This one is 100% me. I have these light brown pants just like Kellen and any stray drop of moisture anywhere in bathroom is magnetically pulled to them and then it shows up as a dark brown and very embarrassing stain until it dries five hours later.

As far as being authentic … both this book and my first, Qwikpick, have got so much absolutely real stuff in them. People can decide for themselves whether it’s worth reading – and in the case of Qwikpick I guess they decided no — but it’s definitely authentic fiction. (Ficthentic?)

Copyright 2010 Tom Angleberger

Can you talk a little about that?  You made a reference to your first book, The Qwickpick Adventure Society (written under the pseudonym Sam Riddleberger), which did well criticallybut not commercially, while OY, by any measure, is doing extremely well.  Do you have any insights to offer?

It’s very sad when a book doesn’t catch on with the public. Especially in the case of Qwikpick, because I’ve written the sequel, but it remains unpublished. So the few people who did enjoy the first book never got to find out if Lyle’s secretly scribbled love for Marilla would be returned.

By the way, speaking of measures of success, you’ve just announced that OY will have a sequel!  What can you tell us about that?

I’m so excited about the sequel! Here’s the scoop: Tommy, Kellen, Sara and Dwight are back. So is Origami Yoda, of course. But … there is another … Harvey! And he’s folded something new which sets the whole book into motion. But what has he folded? Well, it’s a Star Wars finger puppet. But which character?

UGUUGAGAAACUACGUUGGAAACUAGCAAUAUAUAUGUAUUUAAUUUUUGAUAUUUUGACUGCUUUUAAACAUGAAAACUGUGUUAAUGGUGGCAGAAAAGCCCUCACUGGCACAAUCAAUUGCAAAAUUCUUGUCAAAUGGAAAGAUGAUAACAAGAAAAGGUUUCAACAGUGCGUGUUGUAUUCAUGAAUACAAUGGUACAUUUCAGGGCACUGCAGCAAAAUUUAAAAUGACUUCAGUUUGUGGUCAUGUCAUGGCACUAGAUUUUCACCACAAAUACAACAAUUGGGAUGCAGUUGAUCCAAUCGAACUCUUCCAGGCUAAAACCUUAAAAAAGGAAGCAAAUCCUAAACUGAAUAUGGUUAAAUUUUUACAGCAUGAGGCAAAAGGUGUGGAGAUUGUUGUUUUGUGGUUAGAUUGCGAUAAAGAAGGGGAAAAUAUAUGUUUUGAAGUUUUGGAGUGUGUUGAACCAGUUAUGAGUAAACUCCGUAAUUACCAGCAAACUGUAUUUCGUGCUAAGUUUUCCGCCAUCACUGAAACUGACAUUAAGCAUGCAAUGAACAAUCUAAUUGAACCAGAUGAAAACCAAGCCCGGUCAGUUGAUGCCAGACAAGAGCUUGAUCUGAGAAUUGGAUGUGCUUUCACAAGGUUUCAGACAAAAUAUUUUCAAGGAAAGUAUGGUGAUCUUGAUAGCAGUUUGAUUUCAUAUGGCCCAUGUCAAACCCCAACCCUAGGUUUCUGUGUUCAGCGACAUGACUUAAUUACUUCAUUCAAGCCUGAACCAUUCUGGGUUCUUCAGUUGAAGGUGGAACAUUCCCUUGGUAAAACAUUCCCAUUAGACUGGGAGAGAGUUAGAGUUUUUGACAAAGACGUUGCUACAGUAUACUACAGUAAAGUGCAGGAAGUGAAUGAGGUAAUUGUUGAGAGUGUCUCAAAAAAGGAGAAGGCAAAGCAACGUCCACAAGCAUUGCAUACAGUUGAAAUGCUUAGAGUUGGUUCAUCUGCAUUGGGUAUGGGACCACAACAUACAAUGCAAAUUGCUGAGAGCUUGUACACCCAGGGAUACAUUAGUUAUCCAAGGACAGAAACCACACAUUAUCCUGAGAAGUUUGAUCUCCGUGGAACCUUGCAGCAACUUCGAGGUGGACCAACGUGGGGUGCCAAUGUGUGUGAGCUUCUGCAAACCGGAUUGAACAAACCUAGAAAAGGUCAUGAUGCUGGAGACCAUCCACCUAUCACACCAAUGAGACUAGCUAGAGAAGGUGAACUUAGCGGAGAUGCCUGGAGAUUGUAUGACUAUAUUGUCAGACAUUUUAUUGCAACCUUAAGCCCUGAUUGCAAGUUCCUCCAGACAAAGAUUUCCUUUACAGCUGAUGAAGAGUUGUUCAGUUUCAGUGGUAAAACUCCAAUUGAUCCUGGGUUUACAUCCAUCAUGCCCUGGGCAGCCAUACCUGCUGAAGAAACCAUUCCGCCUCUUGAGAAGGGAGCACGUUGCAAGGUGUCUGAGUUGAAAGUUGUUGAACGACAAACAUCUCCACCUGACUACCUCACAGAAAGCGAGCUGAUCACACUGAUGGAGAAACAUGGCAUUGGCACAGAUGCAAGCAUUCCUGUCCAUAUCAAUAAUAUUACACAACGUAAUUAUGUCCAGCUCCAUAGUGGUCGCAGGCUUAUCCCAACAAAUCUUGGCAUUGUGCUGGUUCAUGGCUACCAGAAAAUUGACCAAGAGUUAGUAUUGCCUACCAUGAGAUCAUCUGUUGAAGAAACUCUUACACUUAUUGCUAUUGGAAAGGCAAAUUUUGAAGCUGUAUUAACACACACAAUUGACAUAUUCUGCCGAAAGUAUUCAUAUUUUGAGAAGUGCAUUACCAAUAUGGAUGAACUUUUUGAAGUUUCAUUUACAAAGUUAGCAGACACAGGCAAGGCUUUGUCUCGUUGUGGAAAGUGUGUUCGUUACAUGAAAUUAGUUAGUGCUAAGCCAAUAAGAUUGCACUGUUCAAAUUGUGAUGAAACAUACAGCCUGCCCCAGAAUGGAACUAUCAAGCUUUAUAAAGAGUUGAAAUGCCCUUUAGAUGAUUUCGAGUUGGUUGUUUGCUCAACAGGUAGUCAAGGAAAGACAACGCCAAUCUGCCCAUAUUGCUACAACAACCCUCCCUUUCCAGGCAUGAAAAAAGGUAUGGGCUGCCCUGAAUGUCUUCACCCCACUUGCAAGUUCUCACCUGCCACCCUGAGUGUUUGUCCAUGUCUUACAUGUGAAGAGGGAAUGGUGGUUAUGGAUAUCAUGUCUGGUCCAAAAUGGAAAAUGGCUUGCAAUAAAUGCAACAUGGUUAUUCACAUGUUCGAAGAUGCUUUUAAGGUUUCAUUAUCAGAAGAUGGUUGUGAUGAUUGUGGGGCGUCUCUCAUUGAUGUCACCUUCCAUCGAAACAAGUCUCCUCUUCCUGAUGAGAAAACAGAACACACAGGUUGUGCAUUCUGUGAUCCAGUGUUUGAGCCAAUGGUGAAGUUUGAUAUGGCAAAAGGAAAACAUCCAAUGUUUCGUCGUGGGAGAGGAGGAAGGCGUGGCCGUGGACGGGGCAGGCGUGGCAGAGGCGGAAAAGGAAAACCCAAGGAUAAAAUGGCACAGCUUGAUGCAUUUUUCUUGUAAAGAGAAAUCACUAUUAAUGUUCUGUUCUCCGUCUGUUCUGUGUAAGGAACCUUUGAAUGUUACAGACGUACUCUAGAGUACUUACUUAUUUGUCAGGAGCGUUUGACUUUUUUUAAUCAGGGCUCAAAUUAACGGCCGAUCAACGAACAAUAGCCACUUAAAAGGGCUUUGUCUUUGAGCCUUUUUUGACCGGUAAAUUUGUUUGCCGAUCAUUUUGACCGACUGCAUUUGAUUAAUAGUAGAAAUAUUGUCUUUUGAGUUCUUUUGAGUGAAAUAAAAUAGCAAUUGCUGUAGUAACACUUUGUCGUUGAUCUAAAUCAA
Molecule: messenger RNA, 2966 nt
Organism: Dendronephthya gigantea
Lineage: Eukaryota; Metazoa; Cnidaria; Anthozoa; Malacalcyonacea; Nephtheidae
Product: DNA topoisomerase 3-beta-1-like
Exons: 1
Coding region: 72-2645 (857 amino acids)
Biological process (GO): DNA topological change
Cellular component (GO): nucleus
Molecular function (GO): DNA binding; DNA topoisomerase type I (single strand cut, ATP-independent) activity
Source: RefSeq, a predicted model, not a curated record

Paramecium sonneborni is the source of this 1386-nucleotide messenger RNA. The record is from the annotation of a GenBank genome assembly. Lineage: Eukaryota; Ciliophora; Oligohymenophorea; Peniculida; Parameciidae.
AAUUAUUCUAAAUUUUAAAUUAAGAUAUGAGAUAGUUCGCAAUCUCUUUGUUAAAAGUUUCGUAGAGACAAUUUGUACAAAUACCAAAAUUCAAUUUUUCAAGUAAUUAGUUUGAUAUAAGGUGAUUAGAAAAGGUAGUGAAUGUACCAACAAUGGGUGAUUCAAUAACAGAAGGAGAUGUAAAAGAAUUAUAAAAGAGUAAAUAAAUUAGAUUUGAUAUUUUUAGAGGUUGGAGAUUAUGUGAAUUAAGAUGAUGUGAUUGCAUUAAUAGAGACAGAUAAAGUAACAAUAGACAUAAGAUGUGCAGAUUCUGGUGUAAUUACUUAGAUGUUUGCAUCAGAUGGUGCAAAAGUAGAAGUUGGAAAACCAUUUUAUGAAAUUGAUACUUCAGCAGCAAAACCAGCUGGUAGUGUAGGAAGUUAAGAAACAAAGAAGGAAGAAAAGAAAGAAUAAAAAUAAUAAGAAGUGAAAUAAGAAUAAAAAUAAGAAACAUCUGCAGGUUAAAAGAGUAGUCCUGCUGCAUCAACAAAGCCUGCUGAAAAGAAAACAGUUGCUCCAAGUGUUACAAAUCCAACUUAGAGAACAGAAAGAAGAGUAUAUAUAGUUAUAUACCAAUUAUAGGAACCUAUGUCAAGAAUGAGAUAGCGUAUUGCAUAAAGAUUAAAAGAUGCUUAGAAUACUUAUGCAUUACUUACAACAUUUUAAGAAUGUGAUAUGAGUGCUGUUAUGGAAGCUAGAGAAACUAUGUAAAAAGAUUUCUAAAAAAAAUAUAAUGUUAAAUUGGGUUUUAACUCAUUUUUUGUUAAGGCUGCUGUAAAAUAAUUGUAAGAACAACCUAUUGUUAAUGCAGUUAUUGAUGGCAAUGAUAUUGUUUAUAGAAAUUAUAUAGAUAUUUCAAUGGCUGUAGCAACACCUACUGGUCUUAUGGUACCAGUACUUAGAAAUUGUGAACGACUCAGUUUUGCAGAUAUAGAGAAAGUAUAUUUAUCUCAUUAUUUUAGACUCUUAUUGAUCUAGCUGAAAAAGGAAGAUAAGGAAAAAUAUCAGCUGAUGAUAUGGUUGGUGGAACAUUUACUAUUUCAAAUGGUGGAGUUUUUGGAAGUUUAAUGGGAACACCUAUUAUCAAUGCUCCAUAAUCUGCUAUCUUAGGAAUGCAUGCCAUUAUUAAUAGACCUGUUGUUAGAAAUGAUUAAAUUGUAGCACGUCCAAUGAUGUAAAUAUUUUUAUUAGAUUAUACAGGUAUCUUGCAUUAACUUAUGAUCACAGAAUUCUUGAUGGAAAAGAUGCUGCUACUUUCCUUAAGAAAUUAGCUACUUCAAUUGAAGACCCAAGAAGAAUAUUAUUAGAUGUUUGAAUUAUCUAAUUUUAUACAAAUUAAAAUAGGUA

I’m inviting people to cast their vote in an online poll at my site.

I already know the answer — and Lucasfilm has approved it — but I’m not telling yet!

Final question: Who are some of your favorite middle-grade writers (bonus points for writer/illustrators!)?

I think the king of the midgrade is Daniel Pinkwater who has produced some just spot-on perfect illustrations. I’m thinking of Hoboken Chicken Emergency illustrations, the Snarkout covers and, of course, the perfect picture book, The Big Orange Splot.

More recently, Grace Lin really amazed me with Where the Mountain Meets the Moon. I completely fell in love with the story. And those chapter header drawings of hers sealed the deal.

Amy Ignatow completely blurs the line between writer and illustrator with The Personality Papers.

And, of course, Jeff Kinney is the Fred Astaire of writer/illustrators — his drawings are so perfect and distinct yet seemingly effortless.

Thanks, Tom, for these great insights into Origami Yoda!  And now, dear readers, an exciting giveaway we will have!  Tom has generously offered *this* ORIGINAL illustration from THE STRANGE CASE OF ORIGAMI YODA to accompany the already fabulous prize of an AUTOGRAPHED COPY of his book.  Make a comment between now and September 1 to enter.  A winner will be announced September 2.